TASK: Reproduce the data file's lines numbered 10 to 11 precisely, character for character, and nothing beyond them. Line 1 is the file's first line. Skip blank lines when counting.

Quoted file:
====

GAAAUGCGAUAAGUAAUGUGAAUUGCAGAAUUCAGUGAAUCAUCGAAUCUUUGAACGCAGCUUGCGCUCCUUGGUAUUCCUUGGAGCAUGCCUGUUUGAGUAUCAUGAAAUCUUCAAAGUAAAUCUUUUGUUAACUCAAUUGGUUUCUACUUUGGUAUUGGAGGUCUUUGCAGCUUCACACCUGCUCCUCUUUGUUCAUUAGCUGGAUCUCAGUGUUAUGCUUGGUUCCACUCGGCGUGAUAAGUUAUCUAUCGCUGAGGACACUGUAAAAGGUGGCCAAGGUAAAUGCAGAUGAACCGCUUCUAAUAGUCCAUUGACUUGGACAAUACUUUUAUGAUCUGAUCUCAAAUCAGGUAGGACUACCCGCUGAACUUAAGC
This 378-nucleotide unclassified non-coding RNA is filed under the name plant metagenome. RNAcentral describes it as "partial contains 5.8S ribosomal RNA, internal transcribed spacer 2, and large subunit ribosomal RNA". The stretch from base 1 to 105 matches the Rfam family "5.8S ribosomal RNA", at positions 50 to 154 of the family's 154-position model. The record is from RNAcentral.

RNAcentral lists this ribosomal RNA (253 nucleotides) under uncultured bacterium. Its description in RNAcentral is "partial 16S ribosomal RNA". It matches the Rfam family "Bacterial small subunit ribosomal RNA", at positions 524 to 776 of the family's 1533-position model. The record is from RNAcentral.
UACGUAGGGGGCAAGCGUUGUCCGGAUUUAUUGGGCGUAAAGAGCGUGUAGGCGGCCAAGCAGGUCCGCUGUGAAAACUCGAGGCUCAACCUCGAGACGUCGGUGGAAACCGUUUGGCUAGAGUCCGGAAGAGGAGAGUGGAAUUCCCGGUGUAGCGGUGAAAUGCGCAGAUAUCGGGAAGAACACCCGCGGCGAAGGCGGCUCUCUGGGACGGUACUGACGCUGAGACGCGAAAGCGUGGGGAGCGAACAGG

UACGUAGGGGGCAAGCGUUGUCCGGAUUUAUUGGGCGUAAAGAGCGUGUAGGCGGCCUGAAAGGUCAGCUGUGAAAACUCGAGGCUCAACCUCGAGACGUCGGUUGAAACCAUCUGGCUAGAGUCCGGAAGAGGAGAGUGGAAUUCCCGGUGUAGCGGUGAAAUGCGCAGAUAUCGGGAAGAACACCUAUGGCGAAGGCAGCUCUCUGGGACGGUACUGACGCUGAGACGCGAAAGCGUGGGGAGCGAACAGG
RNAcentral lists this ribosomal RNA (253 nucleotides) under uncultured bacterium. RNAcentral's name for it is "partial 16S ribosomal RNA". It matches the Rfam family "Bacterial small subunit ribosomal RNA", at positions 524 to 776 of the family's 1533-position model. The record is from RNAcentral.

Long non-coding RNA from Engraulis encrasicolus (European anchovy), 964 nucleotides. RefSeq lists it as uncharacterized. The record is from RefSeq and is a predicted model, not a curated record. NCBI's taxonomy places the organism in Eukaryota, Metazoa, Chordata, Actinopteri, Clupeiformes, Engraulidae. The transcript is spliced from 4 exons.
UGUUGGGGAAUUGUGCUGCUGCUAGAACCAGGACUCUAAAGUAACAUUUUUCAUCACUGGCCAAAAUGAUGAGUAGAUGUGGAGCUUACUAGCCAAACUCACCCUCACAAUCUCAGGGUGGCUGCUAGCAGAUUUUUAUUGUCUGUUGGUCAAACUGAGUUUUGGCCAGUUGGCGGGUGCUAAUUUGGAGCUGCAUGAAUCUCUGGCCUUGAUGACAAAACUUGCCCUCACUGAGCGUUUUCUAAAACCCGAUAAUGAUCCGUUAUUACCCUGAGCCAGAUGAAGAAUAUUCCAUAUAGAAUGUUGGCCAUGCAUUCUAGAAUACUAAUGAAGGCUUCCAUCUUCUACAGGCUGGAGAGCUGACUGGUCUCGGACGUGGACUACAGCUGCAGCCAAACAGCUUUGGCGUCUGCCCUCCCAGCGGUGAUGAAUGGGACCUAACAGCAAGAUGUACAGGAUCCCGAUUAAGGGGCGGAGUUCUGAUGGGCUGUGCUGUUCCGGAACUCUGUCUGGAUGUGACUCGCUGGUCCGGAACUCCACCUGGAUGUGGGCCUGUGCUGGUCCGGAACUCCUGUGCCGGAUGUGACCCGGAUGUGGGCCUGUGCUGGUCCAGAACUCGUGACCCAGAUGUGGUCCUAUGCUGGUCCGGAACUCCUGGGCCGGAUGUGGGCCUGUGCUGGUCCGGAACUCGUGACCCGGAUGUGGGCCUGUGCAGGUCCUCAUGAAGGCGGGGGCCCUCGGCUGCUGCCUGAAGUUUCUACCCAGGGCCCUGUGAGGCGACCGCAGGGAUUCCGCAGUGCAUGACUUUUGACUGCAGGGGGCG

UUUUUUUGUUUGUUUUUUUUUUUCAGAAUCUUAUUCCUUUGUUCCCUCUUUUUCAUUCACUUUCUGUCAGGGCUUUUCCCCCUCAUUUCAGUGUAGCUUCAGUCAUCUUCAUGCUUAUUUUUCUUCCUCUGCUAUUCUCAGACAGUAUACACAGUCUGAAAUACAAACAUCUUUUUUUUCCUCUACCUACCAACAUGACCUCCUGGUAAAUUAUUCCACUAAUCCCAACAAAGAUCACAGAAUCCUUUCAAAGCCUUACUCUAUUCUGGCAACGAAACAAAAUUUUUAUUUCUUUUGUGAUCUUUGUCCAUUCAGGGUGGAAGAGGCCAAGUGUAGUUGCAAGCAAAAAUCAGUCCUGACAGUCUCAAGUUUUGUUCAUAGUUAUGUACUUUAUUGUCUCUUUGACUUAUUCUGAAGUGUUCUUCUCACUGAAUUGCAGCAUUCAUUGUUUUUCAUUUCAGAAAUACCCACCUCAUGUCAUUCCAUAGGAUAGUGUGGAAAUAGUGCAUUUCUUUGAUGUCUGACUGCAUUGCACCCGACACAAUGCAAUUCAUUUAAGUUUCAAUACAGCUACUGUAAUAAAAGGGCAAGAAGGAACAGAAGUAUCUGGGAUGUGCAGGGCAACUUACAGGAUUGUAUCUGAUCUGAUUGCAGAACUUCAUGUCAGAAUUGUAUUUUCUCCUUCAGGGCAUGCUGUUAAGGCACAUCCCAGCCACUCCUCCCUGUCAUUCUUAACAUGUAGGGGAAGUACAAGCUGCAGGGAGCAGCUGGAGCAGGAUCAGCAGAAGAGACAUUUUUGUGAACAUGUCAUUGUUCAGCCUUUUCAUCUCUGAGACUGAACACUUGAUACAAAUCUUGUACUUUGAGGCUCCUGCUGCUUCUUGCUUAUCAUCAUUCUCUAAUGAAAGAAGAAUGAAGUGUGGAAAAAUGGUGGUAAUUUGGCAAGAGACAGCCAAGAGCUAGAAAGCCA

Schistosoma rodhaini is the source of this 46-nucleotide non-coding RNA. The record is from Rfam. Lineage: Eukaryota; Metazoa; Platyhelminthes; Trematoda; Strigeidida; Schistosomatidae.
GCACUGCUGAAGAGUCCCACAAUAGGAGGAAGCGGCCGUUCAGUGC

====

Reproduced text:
Schistosoma rodhaini is the source of this 46-nucleotide non-coding RNA. The record is from Rfam. Lineage: Eukaryota; Metazoa; Platyhelminthes; Trematoda; Strigeidida; Schistosomatidae.
GCACUGCUGAAGAGUCCCACAAUAGGAGGAAGCGGCCGUUCAGUGC